TAMPA — When racing legend Tony Stewart’s wife brought up the idea of starting a family last spring, Stewart figures he handled it well.
For all of 30 seconds.
Then Stewart subconsciously switched from husband mode to car-owner mode, thinking through the sponsorship and business implications for Tony Stewart Racing if his wife — professional drag racer Leah Pruett — got pregnant during the NHRA season.
“At the end of that 10 minutes,” Stewart said, “I realized if I didn’t get back over in husband mode really quick, I wasn’t going to have to worry about it.”
Months later, Stewart has something else to worry about: another unexpected chapter in his Hall of Fame career.
Pruett is in the cockpit at Bradenton Motorsports Park for the three-day PRO Superstar Shootout (which ends Saturday). After that, Stewart will take her spot in his team’s top fuel car when the NHRA season begins with next month’s Gatornationals in Gainesville.
Pruett brought up the scenario last spring, but Stewart wasn’t remotely interested or ready. The three-time NASCAR Cup Series champion and former IndyCar champion was early in his first drag racing season in a lower class (sportsman) and driving a top alcohol car that’s 50 mph slower than his wife’s machine.
“I was still hanging on for dear life to the alcohol car at that time,” Stewart said.
That wasn’t the case when the conversation resumed in the fall. Pruett — Stewart’s wife of two-plus years — was sure she wanted to take the 2024 season off to try to start their family. Stewart, in husband mode, supported the decision that was hers to make. As a competitor, Stewart is still amazed by how she was able to put her career in the backseat after her best season (third in points).
“To come off a year like she had and to make that decision,” Stewart said, “I don’t know if I could ever be as tough as she is from that standpoint and make a tough decision like that.”
His decision ended up being easier than expected when he returned to car-owner mode. Stewart had won four times since that initial conversation. He finished second in points with the best reaction time in his class.
Stewart told the team to consider him for Pruett’s ride but left that call in their hands. They thought he was ready, if he was sure he wanted in.
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“To have your wife and crew chief sit there and vote you in for that and think that you’re going to do OK then why wouldn’t you take that chance?” Stewart asked.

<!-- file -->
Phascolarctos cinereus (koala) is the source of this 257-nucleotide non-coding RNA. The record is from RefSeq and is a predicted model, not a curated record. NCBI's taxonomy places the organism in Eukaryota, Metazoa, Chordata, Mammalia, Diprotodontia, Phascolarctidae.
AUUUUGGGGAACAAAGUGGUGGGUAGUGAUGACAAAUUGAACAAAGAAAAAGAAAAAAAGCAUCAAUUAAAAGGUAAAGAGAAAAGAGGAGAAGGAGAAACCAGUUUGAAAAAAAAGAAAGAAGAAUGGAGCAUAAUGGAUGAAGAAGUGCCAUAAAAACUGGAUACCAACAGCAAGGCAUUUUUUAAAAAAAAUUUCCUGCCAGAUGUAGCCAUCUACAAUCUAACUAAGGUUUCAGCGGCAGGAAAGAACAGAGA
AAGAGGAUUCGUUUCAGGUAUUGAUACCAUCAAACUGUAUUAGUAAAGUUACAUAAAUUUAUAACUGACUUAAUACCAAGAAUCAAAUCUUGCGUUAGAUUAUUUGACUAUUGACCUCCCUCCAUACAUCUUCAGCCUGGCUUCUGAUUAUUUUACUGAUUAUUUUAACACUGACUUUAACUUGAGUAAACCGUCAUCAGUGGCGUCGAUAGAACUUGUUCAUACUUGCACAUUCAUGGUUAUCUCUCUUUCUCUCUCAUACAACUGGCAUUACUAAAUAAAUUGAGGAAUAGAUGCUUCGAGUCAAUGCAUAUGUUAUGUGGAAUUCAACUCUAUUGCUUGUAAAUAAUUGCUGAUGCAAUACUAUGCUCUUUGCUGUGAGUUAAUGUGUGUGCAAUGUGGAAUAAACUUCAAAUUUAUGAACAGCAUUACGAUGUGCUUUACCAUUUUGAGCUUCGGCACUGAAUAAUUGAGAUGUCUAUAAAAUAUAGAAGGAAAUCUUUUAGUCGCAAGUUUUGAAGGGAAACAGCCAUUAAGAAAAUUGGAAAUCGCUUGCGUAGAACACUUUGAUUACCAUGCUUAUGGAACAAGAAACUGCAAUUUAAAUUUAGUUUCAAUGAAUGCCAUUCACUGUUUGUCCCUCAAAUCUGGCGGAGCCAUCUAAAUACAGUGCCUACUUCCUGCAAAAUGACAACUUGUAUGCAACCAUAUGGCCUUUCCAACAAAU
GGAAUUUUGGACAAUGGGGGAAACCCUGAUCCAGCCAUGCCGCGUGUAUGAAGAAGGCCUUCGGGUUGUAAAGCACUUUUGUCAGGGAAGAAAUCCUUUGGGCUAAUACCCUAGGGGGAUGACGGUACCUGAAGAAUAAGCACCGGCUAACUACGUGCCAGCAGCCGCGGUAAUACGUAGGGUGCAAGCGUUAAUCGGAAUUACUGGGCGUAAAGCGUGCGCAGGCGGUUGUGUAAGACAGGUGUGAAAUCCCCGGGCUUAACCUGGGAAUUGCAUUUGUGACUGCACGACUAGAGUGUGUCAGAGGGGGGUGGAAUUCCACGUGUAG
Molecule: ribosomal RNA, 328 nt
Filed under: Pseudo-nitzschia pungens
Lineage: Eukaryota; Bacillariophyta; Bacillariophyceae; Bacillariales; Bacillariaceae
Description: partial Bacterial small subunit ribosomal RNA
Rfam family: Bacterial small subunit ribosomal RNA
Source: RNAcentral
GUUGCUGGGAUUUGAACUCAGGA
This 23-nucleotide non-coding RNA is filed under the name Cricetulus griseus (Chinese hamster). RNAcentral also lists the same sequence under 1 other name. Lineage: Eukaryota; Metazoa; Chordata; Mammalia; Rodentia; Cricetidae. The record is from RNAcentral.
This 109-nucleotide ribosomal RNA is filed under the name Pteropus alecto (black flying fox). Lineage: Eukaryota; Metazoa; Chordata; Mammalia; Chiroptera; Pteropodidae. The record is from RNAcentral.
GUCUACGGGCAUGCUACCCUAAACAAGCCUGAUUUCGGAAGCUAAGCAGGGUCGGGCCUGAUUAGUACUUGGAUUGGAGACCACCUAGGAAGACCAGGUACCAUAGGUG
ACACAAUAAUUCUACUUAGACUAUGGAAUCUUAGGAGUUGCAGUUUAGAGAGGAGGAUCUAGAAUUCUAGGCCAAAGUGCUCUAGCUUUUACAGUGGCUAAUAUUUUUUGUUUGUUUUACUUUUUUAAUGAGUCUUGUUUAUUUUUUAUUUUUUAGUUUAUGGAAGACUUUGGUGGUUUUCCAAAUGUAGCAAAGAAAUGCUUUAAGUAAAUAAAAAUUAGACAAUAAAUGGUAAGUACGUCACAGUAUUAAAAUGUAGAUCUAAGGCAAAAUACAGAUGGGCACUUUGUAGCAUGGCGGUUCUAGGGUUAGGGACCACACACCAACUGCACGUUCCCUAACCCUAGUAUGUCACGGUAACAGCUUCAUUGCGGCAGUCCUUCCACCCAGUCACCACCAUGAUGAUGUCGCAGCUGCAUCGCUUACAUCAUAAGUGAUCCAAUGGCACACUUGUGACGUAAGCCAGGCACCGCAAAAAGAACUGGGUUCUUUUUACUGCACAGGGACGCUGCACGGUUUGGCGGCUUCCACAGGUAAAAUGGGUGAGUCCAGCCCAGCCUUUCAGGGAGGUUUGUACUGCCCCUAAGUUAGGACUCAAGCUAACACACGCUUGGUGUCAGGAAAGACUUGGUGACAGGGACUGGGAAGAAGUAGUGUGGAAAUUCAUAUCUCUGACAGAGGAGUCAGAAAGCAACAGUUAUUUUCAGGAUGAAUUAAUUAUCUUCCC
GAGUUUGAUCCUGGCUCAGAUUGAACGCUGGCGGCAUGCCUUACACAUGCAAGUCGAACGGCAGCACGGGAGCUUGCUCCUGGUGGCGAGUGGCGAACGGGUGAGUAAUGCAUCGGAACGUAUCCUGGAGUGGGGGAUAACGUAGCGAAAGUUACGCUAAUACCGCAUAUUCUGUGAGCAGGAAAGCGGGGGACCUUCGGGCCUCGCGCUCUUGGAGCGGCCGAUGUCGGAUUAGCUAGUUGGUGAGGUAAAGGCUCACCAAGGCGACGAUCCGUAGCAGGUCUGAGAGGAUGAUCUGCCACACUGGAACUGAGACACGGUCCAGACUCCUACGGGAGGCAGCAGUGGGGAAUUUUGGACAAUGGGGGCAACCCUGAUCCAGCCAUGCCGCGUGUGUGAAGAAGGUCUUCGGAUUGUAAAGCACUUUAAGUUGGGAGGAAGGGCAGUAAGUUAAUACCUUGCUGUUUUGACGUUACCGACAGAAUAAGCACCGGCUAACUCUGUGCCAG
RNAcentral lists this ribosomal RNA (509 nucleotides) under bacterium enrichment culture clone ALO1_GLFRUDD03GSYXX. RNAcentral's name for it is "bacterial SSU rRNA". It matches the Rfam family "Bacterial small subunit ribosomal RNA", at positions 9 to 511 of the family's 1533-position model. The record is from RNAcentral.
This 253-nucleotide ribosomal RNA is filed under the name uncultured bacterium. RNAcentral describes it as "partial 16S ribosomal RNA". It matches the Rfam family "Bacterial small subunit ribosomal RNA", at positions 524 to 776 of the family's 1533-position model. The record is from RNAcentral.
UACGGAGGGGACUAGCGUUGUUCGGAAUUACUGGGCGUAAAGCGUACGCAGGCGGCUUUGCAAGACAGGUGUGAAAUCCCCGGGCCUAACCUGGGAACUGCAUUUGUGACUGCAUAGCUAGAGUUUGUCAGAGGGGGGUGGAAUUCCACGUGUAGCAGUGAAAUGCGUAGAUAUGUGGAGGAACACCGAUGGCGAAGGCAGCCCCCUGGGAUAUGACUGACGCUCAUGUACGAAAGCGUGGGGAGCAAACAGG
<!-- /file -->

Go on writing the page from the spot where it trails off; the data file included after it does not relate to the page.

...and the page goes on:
There are mornings, Stewart admitted during a recent promotional stop, when he wakes up wondering what he signed up for as a 52-year-old rookie in a car that can top 330 mph. He doesn’t need the money. He’s already one of the most accomplished drivers of his generation, and nothing that happens on a quarter-mile track in Gainesville or anywhere else will change that.
“I don’t feel like I’m doing this because I have to prove anything; I’m doing it because I want to do it,” Stewart said. “When I was 8 years old, I didn’t feel like I had to prove anything. I was 8 years old, and I was getting to race go-karts and thought it was the coolest thing in the world. So this is just a grown-up version of when I was 8, basically.”
His future career plan is the same way, in that he still has no future career plan. Stewart rose through the ranks one step at a time, analyzing each opportunity when it arrived and embracing unlikely twists, like going from open-wheel racing to NASCAR. He has always dabbled in different styles of racing and different types of cars. NHRA is just the latest, fastest one.
And probably not the last.
Stewart knows his life will change if and when his family expands from two to three. Maybe a new role — dad mode — will make him rethink all that time behind the wheel and all those weekends at the track.
Then again, his own father, Nelson, regularly races two different cars on the same night. He’ll turn 86 in April.
“When people say, ‘Ah, your career’s winding down?’” Stewart said. “ ... I’ve got 30 more good years left in me, you know?”